It's bad enough when you're the victim of a crime like the WannCry ransomware attack that affected people around the world. It's worse when those attacks, including WannaCry and others like the Trickbot banking trojan, are worms.

Worms spread ransomware and other malware from one vulnerable computer to another. That is why these crimes spread so fast.

Here's what you must do: Make sure your computer is up-to-date. These days, many operating systems automatically update, so you always have the highest level of protection.

To make sure you do, check your system. With Windows 10, for instance: Click on the Windows icon (Start button) in the lower left side of your screen >> Settings >> Update & Security >> Check for Updates.

Cybercriminal Underground

Years ago, people like you worried about real-life criminals. There was the Mafia, which has largely been wiped out, and gangs that took over large parts of cities such as Los Angeles.

These days, there is an invisible threat. Cybercriminals are stealing your money and putting your life at risk by remotely taking over computer systems.

The problem is twofold. Technology is making it easier for people to become cybercriminals and, this is frightening, some of these people form real gangs and use violence to ensure they get the money they're after.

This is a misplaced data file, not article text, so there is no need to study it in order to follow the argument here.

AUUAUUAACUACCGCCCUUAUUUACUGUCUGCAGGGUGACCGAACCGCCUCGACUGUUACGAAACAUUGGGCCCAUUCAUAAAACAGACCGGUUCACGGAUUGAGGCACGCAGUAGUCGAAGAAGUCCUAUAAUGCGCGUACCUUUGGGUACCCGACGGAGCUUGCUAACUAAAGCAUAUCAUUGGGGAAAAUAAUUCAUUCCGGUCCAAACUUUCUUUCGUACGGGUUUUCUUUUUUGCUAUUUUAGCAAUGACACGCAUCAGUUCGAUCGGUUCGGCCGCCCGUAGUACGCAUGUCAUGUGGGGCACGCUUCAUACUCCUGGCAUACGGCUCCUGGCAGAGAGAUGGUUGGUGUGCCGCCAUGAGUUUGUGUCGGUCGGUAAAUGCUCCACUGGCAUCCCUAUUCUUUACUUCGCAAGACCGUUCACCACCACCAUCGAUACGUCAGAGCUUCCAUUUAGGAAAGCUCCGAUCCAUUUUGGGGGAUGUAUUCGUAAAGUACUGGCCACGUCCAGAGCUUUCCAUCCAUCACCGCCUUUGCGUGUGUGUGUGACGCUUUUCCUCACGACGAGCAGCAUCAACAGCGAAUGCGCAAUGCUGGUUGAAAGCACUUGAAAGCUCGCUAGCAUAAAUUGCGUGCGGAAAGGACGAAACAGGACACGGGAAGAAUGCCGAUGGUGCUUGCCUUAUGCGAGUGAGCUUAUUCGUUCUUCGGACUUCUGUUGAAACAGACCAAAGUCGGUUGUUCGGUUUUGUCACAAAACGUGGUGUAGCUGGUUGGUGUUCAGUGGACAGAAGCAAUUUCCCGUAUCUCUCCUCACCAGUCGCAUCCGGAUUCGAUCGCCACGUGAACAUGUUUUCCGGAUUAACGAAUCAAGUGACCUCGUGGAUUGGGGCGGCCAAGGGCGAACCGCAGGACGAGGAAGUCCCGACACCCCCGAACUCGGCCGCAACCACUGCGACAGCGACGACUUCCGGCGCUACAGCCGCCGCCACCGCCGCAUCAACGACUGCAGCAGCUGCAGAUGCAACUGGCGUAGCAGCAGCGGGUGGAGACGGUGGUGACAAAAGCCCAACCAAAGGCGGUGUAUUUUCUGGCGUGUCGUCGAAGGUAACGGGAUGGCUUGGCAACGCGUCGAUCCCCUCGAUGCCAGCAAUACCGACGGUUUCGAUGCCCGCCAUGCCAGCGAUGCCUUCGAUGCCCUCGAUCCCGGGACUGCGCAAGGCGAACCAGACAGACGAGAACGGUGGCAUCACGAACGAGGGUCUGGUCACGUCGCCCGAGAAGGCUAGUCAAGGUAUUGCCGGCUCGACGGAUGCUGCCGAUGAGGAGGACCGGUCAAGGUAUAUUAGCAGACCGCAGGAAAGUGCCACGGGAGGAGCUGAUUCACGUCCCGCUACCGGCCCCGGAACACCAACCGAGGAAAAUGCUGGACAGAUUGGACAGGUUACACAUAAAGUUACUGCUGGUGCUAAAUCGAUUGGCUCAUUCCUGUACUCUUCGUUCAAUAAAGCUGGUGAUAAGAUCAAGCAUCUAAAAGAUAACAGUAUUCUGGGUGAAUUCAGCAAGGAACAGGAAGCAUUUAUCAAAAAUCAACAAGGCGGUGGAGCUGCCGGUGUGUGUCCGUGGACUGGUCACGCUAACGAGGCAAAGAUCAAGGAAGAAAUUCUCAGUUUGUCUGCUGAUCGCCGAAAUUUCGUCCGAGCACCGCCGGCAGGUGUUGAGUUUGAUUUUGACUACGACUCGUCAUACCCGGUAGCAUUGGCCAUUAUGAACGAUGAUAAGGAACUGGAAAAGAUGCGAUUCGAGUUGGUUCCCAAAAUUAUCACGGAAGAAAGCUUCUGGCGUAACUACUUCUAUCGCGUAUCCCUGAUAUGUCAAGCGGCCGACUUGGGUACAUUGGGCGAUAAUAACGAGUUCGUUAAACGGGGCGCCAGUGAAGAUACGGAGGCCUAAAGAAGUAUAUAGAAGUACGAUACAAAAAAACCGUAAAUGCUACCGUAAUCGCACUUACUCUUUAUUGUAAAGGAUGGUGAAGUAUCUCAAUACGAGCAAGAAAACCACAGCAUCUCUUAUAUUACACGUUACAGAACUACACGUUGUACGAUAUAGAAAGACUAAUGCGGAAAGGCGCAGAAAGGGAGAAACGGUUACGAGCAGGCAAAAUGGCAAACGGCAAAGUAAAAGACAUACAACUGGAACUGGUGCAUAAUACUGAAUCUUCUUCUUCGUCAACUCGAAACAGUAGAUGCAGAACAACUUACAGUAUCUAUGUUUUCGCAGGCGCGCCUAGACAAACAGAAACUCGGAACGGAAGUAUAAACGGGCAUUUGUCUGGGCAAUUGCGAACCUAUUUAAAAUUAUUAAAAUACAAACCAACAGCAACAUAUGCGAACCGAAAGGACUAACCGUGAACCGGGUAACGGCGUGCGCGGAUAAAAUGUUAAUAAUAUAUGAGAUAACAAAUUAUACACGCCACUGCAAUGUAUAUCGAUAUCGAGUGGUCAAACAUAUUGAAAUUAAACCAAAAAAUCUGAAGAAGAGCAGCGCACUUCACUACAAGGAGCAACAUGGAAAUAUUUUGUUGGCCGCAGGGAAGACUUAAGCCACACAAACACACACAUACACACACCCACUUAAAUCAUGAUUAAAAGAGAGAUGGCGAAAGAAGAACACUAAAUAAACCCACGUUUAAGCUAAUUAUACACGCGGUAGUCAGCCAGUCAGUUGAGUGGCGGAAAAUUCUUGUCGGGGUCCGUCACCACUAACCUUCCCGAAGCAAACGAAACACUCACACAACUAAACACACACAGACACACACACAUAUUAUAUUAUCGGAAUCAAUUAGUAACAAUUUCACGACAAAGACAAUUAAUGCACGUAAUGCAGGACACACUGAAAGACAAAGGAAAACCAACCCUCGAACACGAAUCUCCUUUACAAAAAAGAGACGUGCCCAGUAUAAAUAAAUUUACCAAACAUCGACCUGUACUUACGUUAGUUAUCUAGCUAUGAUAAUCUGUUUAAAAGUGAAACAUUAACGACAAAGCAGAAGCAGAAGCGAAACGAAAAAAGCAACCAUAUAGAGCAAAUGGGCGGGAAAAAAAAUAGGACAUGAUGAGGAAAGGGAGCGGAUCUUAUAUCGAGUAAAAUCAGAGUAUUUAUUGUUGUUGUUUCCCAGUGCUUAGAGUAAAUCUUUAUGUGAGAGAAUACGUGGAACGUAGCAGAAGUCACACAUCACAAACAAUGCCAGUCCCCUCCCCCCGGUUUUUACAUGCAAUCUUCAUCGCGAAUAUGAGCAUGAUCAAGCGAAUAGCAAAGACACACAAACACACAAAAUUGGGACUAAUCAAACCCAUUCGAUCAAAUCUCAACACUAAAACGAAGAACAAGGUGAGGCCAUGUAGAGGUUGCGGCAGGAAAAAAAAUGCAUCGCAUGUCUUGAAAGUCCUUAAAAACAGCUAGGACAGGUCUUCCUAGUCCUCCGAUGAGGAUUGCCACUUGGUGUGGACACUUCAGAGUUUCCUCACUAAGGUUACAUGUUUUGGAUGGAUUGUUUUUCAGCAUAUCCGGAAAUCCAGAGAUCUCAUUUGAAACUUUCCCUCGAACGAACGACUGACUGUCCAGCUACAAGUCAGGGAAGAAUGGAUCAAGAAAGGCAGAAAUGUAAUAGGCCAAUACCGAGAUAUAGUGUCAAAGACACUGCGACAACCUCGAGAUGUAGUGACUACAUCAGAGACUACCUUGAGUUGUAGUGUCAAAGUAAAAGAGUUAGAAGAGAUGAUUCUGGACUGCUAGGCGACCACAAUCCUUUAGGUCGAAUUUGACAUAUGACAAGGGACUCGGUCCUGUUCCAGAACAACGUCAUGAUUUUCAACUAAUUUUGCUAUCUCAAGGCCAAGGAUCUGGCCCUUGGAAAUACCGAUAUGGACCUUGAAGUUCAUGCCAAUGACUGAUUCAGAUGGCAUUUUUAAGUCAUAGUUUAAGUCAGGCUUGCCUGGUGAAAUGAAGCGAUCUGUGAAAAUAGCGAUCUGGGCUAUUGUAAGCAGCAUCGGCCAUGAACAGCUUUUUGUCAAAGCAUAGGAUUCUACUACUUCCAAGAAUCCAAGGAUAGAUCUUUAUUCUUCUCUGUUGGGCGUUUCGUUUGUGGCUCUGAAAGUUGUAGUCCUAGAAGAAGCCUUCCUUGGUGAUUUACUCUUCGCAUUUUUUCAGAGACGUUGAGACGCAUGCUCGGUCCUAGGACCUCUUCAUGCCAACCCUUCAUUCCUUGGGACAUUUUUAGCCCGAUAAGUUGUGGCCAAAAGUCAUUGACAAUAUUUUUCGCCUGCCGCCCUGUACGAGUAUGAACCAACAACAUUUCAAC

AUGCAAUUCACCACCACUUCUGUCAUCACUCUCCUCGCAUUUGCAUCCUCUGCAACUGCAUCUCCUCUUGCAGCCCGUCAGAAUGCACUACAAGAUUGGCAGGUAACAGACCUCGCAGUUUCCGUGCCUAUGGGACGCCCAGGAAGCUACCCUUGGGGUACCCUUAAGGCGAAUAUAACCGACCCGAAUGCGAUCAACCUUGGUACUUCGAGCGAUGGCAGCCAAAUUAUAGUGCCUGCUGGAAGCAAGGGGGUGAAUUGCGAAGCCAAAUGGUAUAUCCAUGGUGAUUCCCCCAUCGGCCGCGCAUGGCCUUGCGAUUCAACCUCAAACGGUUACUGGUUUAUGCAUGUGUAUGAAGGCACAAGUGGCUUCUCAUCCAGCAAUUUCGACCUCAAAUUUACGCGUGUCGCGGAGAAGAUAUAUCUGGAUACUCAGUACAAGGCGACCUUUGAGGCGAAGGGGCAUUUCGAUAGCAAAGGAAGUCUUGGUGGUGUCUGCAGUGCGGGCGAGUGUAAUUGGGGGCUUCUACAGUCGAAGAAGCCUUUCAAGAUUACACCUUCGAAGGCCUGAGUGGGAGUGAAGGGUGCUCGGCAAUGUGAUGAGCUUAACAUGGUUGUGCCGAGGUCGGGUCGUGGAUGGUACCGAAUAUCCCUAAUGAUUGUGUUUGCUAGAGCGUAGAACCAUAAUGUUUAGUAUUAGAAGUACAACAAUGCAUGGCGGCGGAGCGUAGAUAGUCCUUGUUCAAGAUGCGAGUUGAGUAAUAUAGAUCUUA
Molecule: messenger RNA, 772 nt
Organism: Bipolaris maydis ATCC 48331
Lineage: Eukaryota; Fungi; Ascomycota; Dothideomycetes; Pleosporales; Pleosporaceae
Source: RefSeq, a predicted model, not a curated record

Protect yourself: Do everything you can to keep cybercriminals out of your devices and out of your life. This starts with a simple step of ensuring that all your devices are protected with anti-malware and firewalls. Many of these systems are FREE.

Anti-Virus Vulnerabilities

Criminals are clever, unfortunately. Many of them are starting to attack the very security systems you have in place to protect yourself.

Security experts say this trend will take off in 2018. To protect yourself, make sure that your operating system is up-to-date and that your anti-malware software is turned on for real-time protection.

Don't Skip This Critical Step!

As Kim Komando often tells you, you have to protect yourself from cybercriminals. They're out there and they're sophisticated.

However, you can take a few simple steps to keep them away. One important way to do that is by backing up all of your computer files. We recommend our sponsor IDrive.

If you get hit with ransomware, no problem. Just restore your backed-up files.

Click here and use promo code Kim get up to 50% off!

Counting down the biggest hacks of 2017

What were the biggest and worst cyberattacks of 2017? Was it the Equifax attack that put 143 million people's private information at risk?

That was certainly one of the worst attacks of the past year. There were several other attacks that you must know about.

Click here to count down the most serious cyberattacks of the year.

Next Story
Save your data while traveling with these easy setting changes
Previous Tips

Save your data while traveling with these easy setting changes

Sponsored: Finally! Dinner from start to finish in 20 minutes, or less!
Next Tips

Sponsored: Finally! Dinner from start to finish in 20 minutes, or less!

View Comments ()